Online Class: How To Draw 101


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  • 15
    Lessons
  • 33
    Exams &
    Assignments
  • 10
    Hours
    average time
  • 1.0
    CEUs
  • 6,547
    Students
    have taken this course
 
 
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Course Description

This course is designed for beginner artists who have an interest in learning how to draw or sketch -- or simply want to improve their skills. It covers the tools you'll need to draw and also provide plenty of exercises to practice drawing using different techniques and styles. It will cover drawing people, places, things, and even abstract concepts. For best results, we highly recommended that you take your time going through this course.

It's easy to get excited and flip through the pages, just to see what we'll teach you to draw next.   However, you'll miss out on the overall purpose of this course if you do.   Learning to draw is a process, even if it is a fun one.   In this course, you're going to learn the processes and techniques that gave rise to some of the most talented artists in the world. What you're going to learn over the fifteen lessons will be in-depth, professional information.   It can be comparable to signing up for an art class at a large university. 

You're going to learn about:
 
·    The tools artists use to draw
 
·    Values
 
·    Shading
 
·    Textures and how to create them
 
·    Drawing flowers and trees
 
·    Drawing a still life
 
·    Drawing animals
 
·    Drawing people
 
·    And much, much more!

That said, don't expect to be a master artist after you finish this course.   Instead, expect to have the knowledge and training you need to continue to draw and learn to bring the scenes you see in your daily life to paper.   You'll be able to draw whatever you see, and you'll have the knowledge to perfect the image.   So, sit back and relax.   You're not going to be judged or graded on your skill.  The only grade you'll receive will be based upon your comprehension of the techniques and information we present.   Your skill is something that will improve over time, and you'll be able to refer to this course whenever you want in the future.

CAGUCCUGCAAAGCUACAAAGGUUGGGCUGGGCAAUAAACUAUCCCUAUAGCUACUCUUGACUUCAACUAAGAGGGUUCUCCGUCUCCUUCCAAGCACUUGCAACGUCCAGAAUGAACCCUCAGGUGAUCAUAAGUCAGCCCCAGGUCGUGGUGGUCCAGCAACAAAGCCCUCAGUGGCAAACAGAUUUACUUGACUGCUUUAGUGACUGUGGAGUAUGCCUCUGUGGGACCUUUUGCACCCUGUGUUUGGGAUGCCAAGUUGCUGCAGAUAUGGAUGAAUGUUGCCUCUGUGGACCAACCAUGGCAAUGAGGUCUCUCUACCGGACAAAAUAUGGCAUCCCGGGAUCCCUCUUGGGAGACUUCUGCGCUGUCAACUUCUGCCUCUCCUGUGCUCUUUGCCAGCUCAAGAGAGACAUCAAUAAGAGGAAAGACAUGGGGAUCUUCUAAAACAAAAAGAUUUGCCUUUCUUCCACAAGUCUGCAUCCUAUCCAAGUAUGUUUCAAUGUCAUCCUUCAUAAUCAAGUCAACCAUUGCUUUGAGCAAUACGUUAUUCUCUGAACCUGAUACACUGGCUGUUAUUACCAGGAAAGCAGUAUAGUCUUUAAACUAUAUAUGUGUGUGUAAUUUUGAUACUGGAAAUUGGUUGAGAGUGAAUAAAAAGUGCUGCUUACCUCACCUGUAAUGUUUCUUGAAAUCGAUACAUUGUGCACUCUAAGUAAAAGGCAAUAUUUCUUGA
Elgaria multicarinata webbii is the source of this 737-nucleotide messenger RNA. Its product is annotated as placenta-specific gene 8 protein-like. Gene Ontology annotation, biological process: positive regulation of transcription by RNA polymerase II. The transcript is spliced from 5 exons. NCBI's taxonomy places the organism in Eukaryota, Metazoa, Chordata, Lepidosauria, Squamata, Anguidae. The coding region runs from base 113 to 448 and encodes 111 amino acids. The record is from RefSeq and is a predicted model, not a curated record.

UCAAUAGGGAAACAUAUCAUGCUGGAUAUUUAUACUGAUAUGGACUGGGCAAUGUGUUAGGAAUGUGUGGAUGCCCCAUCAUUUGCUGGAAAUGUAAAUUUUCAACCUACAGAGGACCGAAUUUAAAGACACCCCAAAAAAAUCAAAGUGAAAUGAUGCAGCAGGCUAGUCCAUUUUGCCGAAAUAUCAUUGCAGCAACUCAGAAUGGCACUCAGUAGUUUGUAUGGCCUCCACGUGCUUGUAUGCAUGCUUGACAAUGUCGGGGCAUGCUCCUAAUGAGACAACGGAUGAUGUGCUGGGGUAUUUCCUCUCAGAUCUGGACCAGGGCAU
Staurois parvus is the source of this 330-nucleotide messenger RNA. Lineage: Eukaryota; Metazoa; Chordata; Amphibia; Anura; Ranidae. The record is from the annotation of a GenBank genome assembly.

What You Can Expect from This Course

This course is designed for beginner artists who have an interest in learning how to draw or sketch -- or simply want to improve their skills. It will cover the tools you'll need and also give you plenty of chances to practice drawing different things, from people, places, things, and then beyond. It's highly recommended that you take your time going through this course.

It's easy to get excited and flip through the pages, just to see what we'll teach you to draw next. However, you'll miss out on the overall purpose of this course if you do. Learning to draw is a process, even if it is a fun one. In this course, you're going to learn the processes and techniques that gave rise to some of the most talented artists in the world. What you're going to learn over the upcoming lessons will be in-depth, professional information. It can be comparable to signing up for an art class at a large university.

However, it's also important that you keep in mind that this course IS for beginners. This means that, even though you're going to learn a lot, you shouldn't expect to be the resident artist at a gallery any time soon (but please let us know if that does happen). The word "draw" is a verb. Remember that. It means "to draw." It also means that you must draw often and practice the skills you learn here if you want to improve.

That said, don't expect to be a master artist after you finish this course. Instead, expect to have the knowledge and training you need to continue to draw and learn to bring the scenes you see in your daily life to paper. Think of it this way. Practice doesn't always make perfect, but it always lends to improvement. So, sit back and relax. You're not going to be judged or graded on your skill. The only grade you'll receive will be based upon your comprehension of the techniques and information we present. Your skill is something that will improve over time, and you'll be able to refer to this course whenever you want in the future.
 
What You Need for This Course

This course doesn't require that you go out and purchase a ton of art supplies if you don't want to. A pencil and a piece of paper is all that is needed. In addition, you can complete this course by drawing, reading the lesson and answering the exercise questions at the end of each lesson because this proves to us that you've mastered the information presented in the lesson.

Learning HOW to draw is taught in this course. But it's up to you to actually learn to draw. It's advised, if you're serious about learning to draw, that you take the time to purchase the basic supplies listed in Lesson 2, then complete the drawing assignments throughout this course. The assignments are for practice because you can't get better at drawing if you don't keep practicing. How you put this course to work for you is your choice. We're here to teach you the basic skills that you'd learn in most college art classes. It's up to you to take the skills you learn and put them to use in actual drawings.


You CAN Draw -- and We'll Prove it to You